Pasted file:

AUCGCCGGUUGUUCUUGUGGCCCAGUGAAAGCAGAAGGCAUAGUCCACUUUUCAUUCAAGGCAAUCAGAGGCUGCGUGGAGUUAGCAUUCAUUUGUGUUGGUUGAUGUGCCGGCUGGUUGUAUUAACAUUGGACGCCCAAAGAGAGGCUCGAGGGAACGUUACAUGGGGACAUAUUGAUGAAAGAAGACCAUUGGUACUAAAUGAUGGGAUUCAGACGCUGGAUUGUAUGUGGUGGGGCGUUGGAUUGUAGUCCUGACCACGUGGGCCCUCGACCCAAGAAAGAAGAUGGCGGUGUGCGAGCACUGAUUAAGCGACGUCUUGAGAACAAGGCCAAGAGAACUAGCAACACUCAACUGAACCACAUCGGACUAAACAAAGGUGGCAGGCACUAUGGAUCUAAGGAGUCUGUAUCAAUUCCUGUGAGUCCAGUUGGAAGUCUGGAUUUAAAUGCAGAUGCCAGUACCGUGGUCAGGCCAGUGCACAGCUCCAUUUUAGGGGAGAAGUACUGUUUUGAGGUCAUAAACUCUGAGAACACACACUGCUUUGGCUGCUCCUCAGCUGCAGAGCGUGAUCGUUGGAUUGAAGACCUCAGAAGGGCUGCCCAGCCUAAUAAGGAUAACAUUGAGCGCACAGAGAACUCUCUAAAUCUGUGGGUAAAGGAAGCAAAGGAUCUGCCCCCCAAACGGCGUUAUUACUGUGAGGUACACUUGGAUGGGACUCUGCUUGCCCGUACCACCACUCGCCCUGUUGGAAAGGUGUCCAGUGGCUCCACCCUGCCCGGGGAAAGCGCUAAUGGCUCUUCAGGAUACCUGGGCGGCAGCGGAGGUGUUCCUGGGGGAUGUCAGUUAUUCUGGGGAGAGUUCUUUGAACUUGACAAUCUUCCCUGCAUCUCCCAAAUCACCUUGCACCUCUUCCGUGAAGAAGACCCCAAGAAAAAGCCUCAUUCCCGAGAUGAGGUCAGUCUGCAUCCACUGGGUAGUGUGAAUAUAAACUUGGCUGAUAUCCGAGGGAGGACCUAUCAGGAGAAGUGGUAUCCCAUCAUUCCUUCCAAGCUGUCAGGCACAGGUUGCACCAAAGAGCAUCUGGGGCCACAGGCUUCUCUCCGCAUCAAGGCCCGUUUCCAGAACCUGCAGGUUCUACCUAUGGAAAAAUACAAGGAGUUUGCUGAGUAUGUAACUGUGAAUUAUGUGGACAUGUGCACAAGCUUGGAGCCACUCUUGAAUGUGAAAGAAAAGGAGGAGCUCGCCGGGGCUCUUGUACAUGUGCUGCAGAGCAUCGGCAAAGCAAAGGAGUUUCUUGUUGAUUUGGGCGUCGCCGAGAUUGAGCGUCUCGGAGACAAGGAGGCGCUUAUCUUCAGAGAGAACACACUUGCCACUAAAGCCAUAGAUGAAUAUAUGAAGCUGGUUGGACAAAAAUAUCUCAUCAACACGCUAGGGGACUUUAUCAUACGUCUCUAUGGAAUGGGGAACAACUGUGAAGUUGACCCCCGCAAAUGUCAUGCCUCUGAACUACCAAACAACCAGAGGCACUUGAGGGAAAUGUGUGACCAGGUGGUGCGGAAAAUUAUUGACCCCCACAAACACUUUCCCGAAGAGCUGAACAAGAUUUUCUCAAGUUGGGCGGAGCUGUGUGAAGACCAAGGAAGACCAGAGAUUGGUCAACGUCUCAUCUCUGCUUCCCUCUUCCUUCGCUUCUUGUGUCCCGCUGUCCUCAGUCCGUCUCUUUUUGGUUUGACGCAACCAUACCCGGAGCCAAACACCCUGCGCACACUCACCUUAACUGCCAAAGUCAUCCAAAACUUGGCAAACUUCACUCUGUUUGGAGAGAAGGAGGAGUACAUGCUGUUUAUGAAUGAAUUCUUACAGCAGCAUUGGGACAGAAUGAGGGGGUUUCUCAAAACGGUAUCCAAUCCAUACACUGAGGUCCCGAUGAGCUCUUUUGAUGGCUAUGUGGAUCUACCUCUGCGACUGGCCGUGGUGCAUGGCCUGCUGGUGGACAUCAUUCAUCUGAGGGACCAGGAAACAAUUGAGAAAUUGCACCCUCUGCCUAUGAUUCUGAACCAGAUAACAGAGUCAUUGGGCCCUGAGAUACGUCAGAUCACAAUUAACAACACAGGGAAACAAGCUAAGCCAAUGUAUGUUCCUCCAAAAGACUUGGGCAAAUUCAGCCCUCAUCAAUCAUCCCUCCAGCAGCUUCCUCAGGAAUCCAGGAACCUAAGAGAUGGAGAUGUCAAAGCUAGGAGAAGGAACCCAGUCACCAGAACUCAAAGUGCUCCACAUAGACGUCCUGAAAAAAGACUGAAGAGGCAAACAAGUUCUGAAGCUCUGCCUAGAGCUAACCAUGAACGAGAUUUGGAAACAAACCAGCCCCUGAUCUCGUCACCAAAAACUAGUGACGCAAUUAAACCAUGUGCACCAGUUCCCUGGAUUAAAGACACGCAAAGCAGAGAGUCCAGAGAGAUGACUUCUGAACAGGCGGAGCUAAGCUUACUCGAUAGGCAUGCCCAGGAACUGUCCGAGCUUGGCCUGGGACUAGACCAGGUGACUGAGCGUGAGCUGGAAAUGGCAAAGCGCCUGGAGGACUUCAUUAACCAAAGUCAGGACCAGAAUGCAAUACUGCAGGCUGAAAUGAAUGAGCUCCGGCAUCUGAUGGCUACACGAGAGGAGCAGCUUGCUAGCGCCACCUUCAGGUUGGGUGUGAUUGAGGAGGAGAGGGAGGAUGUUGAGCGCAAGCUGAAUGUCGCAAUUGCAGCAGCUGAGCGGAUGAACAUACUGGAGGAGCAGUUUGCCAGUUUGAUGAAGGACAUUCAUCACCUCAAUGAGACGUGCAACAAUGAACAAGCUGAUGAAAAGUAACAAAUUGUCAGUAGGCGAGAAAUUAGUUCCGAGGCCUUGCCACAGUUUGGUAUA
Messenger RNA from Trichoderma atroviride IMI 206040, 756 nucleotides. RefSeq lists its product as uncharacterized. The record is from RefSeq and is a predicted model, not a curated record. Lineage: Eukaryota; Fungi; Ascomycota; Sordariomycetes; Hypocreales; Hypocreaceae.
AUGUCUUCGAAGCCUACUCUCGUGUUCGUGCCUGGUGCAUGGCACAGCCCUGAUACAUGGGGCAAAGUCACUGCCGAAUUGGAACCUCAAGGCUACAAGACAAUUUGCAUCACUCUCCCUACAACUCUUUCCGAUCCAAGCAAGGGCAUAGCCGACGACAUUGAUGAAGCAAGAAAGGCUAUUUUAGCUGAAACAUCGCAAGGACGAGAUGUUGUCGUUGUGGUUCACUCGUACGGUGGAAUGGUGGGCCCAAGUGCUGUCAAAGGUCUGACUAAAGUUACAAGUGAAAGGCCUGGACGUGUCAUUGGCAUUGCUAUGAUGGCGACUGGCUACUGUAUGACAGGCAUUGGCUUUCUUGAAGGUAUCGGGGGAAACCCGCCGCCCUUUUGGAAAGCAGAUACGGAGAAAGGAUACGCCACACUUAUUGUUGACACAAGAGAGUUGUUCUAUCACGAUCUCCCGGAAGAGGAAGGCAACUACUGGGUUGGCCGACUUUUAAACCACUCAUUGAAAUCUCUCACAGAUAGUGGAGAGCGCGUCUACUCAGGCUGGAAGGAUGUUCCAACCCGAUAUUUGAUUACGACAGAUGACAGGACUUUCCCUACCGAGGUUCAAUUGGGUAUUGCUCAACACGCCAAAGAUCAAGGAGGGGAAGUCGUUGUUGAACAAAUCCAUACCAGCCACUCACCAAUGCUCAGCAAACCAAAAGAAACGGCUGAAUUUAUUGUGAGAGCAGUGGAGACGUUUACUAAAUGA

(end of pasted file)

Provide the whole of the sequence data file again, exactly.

AUCGCCGGUUGUUCUUGUGGCCCAGUGAAAGCAGAAGGCAUAGUCCACUUUUCAUUCAAGGCAAUCAGAGGCUGCGUGGAGUUAGCAUUCAUUUGUGUUGGUUGAUGUGCCGGCUGGUUGUAUUAACAUUGGACGCCCAAAGAGAGGCUCGAGGGAACGUUACAUGGGGACAUAUUGAUGAAAGAAGACCAUUGGUACUAAAUGAUGGGAUUCAGACGCUGGAUUGUAUGUGGUGGGGCGUUGGAUUGUAGUCCUGACCACGUGGGCCCUCGACCCAAGAAAGAAGAUGGCGGUGUGCGAGCACUGAUUAAGCGACGUCUUGAGAACAAGGCCAAGAGAACUAGCAACACUCAACUGAACCACAUCGGACUAAACAAAGGUGGCAGGCACUAUGGAUCUAAGGAGUCUGUAUCAAUUCCUGUGAGUCCAGUUGGAAGUCUGGAUUUAAAUGCAGAUGCCAGUACCGUGGUCAGGCCAGUGCACAGCUCCAUUUUAGGGGAGAAGUACUGUUUUGAGGUCAUAAACUCUGAGAACACACACUGCUUUGGCUGCUCCUCAGCUGCAGAGCGUGAUCGUUGGAUUGAAGACCUCAGAAGGGCUGCCCAGCCUAAUAAGGAUAACAUUGAGCGCACAGAGAACUCUCUAAAUCUGUGGGUAAAGGAAGCAAAGGAUCUGCCCCCCAAACGGCGUUAUUACUGUGAGGUACACUUGGAUGGGACUCUGCUUGCCCGUACCACCACUCGCCCUGUUGGAAAGGUGUCCAGUGGCUCCACCCUGCCCGGGGAAAGCGCUAAUGGCUCUUCAGGAUACCUGGGCGGCAGCGGAGGUGUUCCUGGGGGAUGUCAGUUAUUCUGGGGAGAGUUCUUUGAACUUGACAAUCUUCCCUGCAUCUCCCAAAUCACCUUGCACCUCUUCCGUGAAGAAGACCCCAAGAAAAAGCCUCAUUCCCGAGAUGAGGUCAGUCUGCAUCCACUGGGUAGUGUGAAUAUAAACUUGGCUGAUAUCCGAGGGAGGACCUAUCAGGAGAAGUGGUAUCCCAUCAUUCCUUCCAAGCUGUCAGGCACAGGUUGCACCAAAGAGCAUCUGGGGCCACAGGCUUCUCUCCGCAUCAAGGCCCGUUUCCAGAACCUGCAGGUUCUACCUAUGGAAAAAUACAAGGAGUUUGCUGAGUAUGUAACUGUGAAUUAUGUGGACAUGUGCACAAGCUUGGAGCCACUCUUGAAUGUGAAAGAAAAGGAGGAGCUCGCCGGGGCUCUUGUACAUGUGCUGCAGAGCAUCGGCAAAGCAAAGGAGUUUCUUGUUGAUUUGGGCGUCGCCGAGAUUGAGCGUCUCGGAGACAAGGAGGCGCUUAUCUUCAGAGAGAACACACUUGCCACUAAAGCCAUAGAUGAAUAUAUGAAGCUGGUUGGACAAAAAUAUCUCAUCAACACGCUAGGGGACUUUAUCAUACGUCUCUAUGGAAUGGGGAACAACUGUGAAGUUGACCCCCGCAAAUGUCAUGCCUCUGAACUACCAAACAACCAGAGGCACUUGAGGGAAAUGUGUGACCAGGUGGUGCGGAAAAUUAUUGACCCCCACAAACACUUUCCCGAAGAGCUGAACAAGAUUUUCUCAAGUUGGGCGGAGCUGUGUGAAGACCAAGGAAGACCAGAGAUUGGUCAACGUCUCAUCUCUGCUUCCCUCUUCCUUCGCUUCUUGUGUCCCGCUGUCCUCAGUCCGUCUCUUUUUGGUUUGACGCAACCAUACCCGGAGCCAAACACCCUGCGCACACUCACCUUAACUGCCAAAGUCAUCCAAAACUUGGCAAACUUCACUCUGUUUGGAGAGAAGGAGGAGUACAUGCUGUUUAUGAAUGAAUUCUUACAGCAGCAUUGGGACAGAAUGAGGGGGUUUCUCAAAACGGUAUCCAAUCCAUACACUGAGGUCCCGAUGAGCUCUUUUGAUGGCUAUGUGGAUCUACCUCUGCGACUGGCCGUGGUGCAUGGCCUGCUGGUGGACAUCAUUCAUCUGAGGGACCAGGAAACAAUUGAGAAAUUGCACCCUCUGCCUAUGAUUCUGAACCAGAUAACAGAGUCAUUGGGCCCUGAGAUACGUCAGAUCACAAUUAACAACACAGGGAAACAAGCUAAGCCAAUGUAUGUUCCUCCAAAAGACUUGGGCAAAUUCAGCCCUCAUCAAUCAUCCCUCCAGCAGCUUCCUCAGGAAUCCAGGAACCUAAGAGAUGGAGAUGUCAAAGCUAGGAGAAGGAACCCAGUCACCAGAACUCAAAGUGCUCCACAUAGACGUCCUGAAAAAAGACUGAAGAGGCAAACAAGUUCUGAAGCUCUGCCUAGAGCUAACCAUGAACGAGAUUUGGAAACAAACCAGCCCCUGAUCUCGUCACCAAAAACUAGUGACGCAAUUAAACCAUGUGCACCAGUUCCCUGGAUUAAAGACACGCAAAGCAGAGAGUCCAGAGAGAUGACUUCUGAACAGGCGGAGCUAAGCUUACUCGAUAGGCAUGCCCAGGAACUGUCCGAGCUUGGCCUGGGACUAGACCAGGUGACUGAGCGUGAGCUGGAAAUGGCAAAGCGCCUGGAGGACUUCAUUAACCAAAGUCAGGACCAGAAUGCAAUACUGCAGGCUGAAAUGAAUGAGCUCCGGCAUCUGAUGGCUACACGAGAGGAGCAGCUUGCUAGCGCCACCUUCAGGUUGGGUGUGAUUGAGGAGGAGAGGGAGGAUGUUGAGCGCAAGCUGAAUGUCGCAAUUGCAGCAGCUGAGCGGAUGAACAUACUGGAGGAGCAGUUUGCCAGUUUGAUGAAGGACAUUCAUCACCUCAAUGAGACGUGCAACAAUGAACAAGCUGAUGAAAAGUAACAAAUUGUCAGUAGGCGAGAAAUUAGUUCCGAGGCCUUGCCACAGUUUGGUAUA
Messenger RNA from Trichoderma atroviride IMI 206040, 756 nucleotides. RefSeq lists its product as uncharacterized. The record is from RefSeq and is a predicted model, not a curated record. Lineage: Eukaryota; Fungi; Ascomycota; Sordariomycetes; Hypocreales; Hypocreaceae.
AUGUCUUCGAAGCCUACUCUCGUGUUCGUGCCUGGUGCAUGGCACAGCCCUGAUACAUGGGGCAAAGUCACUGCCGAAUUGGAACCUCAAGGCUACAAGACAAUUUGCAUCACUCUCCCUACAACUCUUUCCGAUCCAAGCAAGGGCAUAGCCGACGACAUUGAUGAAGCAAGAAAGGCUAUUUUAGCUGAAACAUCGCAAGGACGAGAUGUUGUCGUUGUGGUUCACUCGUACGGUGGAAUGGUGGGCCCAAGUGCUGUCAAAGGUCUGACUAAAGUUACAAGUGAAAGGCCUGGACGUGUCAUUGGCAUUGCUAUGAUGGCGACUGGCUACUGUAUGACAGGCAUUGGCUUUCUUGAAGGUAUCGGGGGAAACCCGCCGCCCUUUUGGAAAGCAGAUACGGAGAAAGGAUACGCCACACUUAUUGUUGACACAAGAGAGUUGUUCUAUCACGAUCUCCCGGAAGAGGAAGGCAACUACUGGGUUGGCCGACUUUUAAACCACUCAUUGAAAUCUCUCACAGAUAGUGGAGAGCGCGUCUACUCAGGCUGGAAGGAUGUUCCAACCCGAUAUUUGAUUACGACAGAUGACAGGACUUUCCCUACCGAGGUUCAAUUGGGUAUUGCUCAACACGCCAAAGAUCAAGGAGGGGAAGUCGUUGUUGAACAAAUCCAUACCAGCCACUCACCAAUGCUCAGCAAACCAAAAGAAACGGCUGAAUUUAUUGUGAGAGCAGUGGAGACGUUUACUAAAUGA